Ken said he came to the Back the Blue rally to support local police officers, but didn’t expect to see Black Lives Matter counterprotesters there.
“I didn’t see this as something that was in opposition to (the Black Lives Matter movement),” Ken said, adding that he realized there was still work to be done when it came to issues of racism, brutality and de-escalation training within police departments.
MacIntyre said it was clear both sides were extremely passionate, but that she thought the set-up — shouting at each other over a busy street in downtown Camas — “made it almost impossible to hear each other out … and became an echo chamber from one side to the other.”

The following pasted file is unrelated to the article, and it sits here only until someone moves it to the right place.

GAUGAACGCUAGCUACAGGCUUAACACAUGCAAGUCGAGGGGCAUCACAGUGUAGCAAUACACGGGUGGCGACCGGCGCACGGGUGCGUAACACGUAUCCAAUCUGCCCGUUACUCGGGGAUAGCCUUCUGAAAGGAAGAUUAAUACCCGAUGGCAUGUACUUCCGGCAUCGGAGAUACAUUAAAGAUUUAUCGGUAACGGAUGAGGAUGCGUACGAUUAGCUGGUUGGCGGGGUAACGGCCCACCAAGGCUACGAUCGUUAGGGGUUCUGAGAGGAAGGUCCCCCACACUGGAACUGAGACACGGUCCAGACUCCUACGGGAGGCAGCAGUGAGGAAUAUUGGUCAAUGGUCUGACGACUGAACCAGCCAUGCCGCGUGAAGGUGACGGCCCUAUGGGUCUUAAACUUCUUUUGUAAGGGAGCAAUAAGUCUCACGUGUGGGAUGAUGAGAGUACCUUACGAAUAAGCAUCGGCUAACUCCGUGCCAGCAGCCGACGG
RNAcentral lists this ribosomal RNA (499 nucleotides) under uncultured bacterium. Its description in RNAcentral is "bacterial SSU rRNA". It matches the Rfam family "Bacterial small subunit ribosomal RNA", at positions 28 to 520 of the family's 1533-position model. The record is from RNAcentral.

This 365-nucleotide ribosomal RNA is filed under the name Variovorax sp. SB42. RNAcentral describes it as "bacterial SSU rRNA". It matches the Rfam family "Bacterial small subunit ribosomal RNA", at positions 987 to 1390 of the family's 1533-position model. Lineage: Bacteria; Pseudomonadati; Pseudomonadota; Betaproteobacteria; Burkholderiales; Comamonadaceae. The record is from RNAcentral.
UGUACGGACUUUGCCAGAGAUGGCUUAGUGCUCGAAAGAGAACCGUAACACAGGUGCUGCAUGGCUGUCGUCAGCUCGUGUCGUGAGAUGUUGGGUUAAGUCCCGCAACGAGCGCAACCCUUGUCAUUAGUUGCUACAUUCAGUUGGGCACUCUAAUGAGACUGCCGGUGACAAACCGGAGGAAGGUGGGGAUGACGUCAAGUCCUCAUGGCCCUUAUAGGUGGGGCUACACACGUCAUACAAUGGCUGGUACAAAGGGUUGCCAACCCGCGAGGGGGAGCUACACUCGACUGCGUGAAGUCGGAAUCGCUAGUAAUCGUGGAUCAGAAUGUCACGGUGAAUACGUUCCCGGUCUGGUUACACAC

The 2020 Camas grad added that she was disappointed to see Camas police giving positive feedback to the Back the Blue rally.
“I would expect this type of reaction if the rally was simply an appreciation for their work, however the constant yelling, presence of dangerous guns, Trump signs and sporadic assaults painted the event (as) more of a violent statement than a rally,” she said, adding that she thought both sides, including BLM protesters chanting “all cops are bastards,” created an even bigger divide in Camas.
“The event was objectively unproductive at creating any kind of middle ground,” she said.
MacIntyre added that she hopes the Camas City Council and Camas Police Department will continue to have conversations about racial inequities in policing and “address concerns this event surfaced.”
Sudbeck said she thought her Back the Blue rally was a positive event and, overall, a success.
“We are blessed in this community that even when we have different opinions, we can all be civilized,” Sudbeck said. “We can all be passionate about what we believe in, but we still keep it safe for our kids.”